Your company has just decided to replace the calendar based, open panel electrical inspections with safer, closed panel Condition Based Maintenance programs. Historically, your maintenance team has only relied on infrared thermography to inspect electrical components and equipment. As a result of moving to a Condition Based Maintenance program, the decision was made to add ultrasound inspection capabilities to the program. As the director of the maintenance team, you are researching the topic of ultrasound to understand how this technology can benefit the maintenance inspection program. The first step is to understand the theory behind ultrasound. Let’s see what information you have found?
Sound is a mechanical wave that travels in a straight line. A mechanical wave is a local oscillation in a medium and it transfer its energy through that medium. These waves can move over long distances and the energy propagates in the same direction as the wave travels through the medium. Common examples of mechanical waves are seismic waves, sound waves and water waves.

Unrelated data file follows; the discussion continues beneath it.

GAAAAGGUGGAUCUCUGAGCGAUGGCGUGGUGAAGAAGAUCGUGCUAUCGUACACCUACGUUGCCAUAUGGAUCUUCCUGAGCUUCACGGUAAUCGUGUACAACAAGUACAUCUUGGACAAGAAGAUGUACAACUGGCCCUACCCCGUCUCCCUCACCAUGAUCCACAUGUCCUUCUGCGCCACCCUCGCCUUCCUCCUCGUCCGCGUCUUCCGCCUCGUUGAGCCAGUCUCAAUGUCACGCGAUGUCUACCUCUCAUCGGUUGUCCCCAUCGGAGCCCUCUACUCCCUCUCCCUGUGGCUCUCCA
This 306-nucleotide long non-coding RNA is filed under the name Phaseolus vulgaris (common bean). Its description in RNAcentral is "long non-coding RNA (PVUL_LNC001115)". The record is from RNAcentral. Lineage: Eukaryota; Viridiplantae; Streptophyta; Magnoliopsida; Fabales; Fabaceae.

Sound is a vibration that travels through the air or another medium and can be heard when that vibration reaches the human or animal’s ear. Sound is a type of energy made by vibrations. When an object vibrates, it causes movement in the medium particles. These particles start to bump into particles that are close, and this continuous bumping makes them vibrate into more medium particles – a sound wave is born.
There are several components of a sound wave:
- Amplitude: the height of a wave’s crest which determines its loudness.
- Compression: a region in a sound wave where particles have been pushed together making the densest part of the wave.
- Frequency: the number of waves produced in a given period of time and usually measured in Hertz (Hz) or cycles per second named after the German physicist who produced the first artificial electromagnetic waves.